Pierce County bans smoking from its bars

A Bonney Lake Tavern patron enjoys a cigarette on New Year
A Bonney Lake Tavern patron enjoys a cigarette on New Year's Eve before the Jan. 2 smoking ban went into effect.
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By Dennis Box, The Courier-Herald

The controversial Pierce County ban on smoking in bars, restaurants and other public places went into effect on Friday. According to Bonney Lake Tavern owner Gary Woffard, "Everything went great. I put the signs up, put away the ashtrays and my customers were great about it. They just asked where they were supposed to go to smoke outside."

The ban has been a hot topic in bars and lounges across the county as the Jan. 2 deadline approached.

"I think it's ridiculous in an environment like this," Bonney Lake Tavern patron Mike said as he glanced around the bar on New Year's Eve. "I come down here to recreate with people I know. You make your own choices where you work and what you do. It's wrong for them to tell us what to do."

A woman sitting with Mike, who asked not to be named, stated, "I think it's discrimination. I go places where I can be loose and have fun. This is about the only place we have left, now they want to take that away from us."

The ban prohibits smoking in all Pierce County indoor public facilities including taverns, bowling alleys, minicasinos, bingo halls, hotels and private clubs. The ban does not extend to private homes, retail tobacco stores and private and semi-private rooms in nursing homes.

"It may hurt business at first," Susan Tarbuck, a bartender at Bonney Lake Tavern, said. "It should be statewide ban not countywide if they're going to do it. I went on vacation in California and it's statewide there. People just went right outside and didn't think a thing about it. Once everybody has to do it, people will go outside."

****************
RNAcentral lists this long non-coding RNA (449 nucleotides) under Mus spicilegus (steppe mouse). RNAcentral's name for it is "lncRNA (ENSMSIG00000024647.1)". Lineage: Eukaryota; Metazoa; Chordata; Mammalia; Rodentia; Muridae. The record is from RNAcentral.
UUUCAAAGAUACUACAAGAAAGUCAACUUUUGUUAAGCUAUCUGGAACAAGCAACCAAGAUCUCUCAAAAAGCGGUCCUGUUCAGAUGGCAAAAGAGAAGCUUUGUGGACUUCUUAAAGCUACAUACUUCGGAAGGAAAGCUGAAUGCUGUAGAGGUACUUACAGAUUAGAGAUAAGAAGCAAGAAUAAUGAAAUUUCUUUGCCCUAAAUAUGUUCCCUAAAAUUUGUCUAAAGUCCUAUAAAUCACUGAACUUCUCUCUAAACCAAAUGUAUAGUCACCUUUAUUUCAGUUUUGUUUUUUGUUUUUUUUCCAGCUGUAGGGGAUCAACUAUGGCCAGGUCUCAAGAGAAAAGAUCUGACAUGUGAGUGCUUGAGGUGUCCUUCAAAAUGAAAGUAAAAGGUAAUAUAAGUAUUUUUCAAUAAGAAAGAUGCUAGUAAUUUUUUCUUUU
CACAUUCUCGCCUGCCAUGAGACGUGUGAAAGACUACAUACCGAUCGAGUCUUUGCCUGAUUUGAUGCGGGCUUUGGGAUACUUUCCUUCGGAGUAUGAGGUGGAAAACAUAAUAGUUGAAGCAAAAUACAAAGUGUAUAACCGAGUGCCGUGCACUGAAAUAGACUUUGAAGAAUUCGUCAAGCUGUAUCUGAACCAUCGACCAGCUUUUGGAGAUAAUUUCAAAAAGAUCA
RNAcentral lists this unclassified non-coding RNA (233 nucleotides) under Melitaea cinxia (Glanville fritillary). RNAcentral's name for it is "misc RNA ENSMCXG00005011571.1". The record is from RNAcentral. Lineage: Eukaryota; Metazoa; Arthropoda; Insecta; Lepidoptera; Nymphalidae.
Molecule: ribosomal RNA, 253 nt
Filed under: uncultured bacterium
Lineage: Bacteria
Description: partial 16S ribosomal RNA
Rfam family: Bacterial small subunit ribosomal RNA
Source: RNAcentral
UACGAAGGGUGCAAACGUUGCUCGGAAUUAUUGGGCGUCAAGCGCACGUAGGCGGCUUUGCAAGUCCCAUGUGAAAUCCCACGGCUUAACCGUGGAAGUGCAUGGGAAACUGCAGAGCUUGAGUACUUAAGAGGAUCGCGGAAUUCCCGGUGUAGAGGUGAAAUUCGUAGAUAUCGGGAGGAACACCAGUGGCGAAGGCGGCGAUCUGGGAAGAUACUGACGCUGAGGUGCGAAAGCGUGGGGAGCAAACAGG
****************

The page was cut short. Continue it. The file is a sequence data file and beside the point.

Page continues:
The resolution was adopted by the Tacoma-Pierce County Health Board on Dec. 3. Enforcement will be carried out by the Health Department, local police and fire departments.

A person caught smoking in a public place, or tearing up a no-smoking sign, can be fined $100. The business owner can also be fined $100 and a license can be suspended or revoked.

On Monday a group of bar, restaurant, bowling alley and other business owners met to decide whether to file a suit in an attempt to halt the ban.

The Health Board's resolution states a number of reasons for enacting the ban. The following are a few excerpts:

€ The Clean Indoor Air Act protects workers who work in many public places from exposure to the harmful health effects of secondhand smoke.

€ Employers in Washington State owe their employees a common law duty to provide a safe workplace reasonably free from tobacco smoke.

€ Involuntary smoking is a cause of disease, including lung cancer, in healthy nonsmokers.

€ There is no safe level of exposure to ETS (environmental tobacco smoke).

€ The California Environmental Protection Agency estimated that ETS accounts for up to 62,000 heart disease deaths annually in the United States.

€ The estimated number of annual deaths in Washington state due to secondhand smoke exposure is approximately 268 (191 from heart disease, 63 from lung cancer and 14 from sudden infant death syndrome).

€ The estimated annual number of deaths in Pierce County due to secondhand smoke exposure is approximately 33 (24 from heart disease, seven from lung cancer and two from sudden infant death syndrome).

€ A review found that bar workers are exposed to levels of secondhand smoke that are four to six time higher than in typical offices, and about 4.5 times higher than in homes with a smoker.

€ The review found that bar and restaurant workers are 1 1/2 to 2 times more likely to die of lung cancer than they would be if bars and restaurants were 100 percent smoke-free.

€ In the California Occupational Mortality Study, conducted during the period 1979-1981, waitresses had the highest death rates of any female occupational group. After adjusting for the effects of active smoking, alcohol intake and socioeconomic status, California waitresses had death rates from lung cancer, heart disease, and overall mortality that were 1 1/2 times higher than those for all other female workers.

The entire resolution document can be found at the Tacoma-Pierce County Board of Health Web site -

Dennis Box can be reached at

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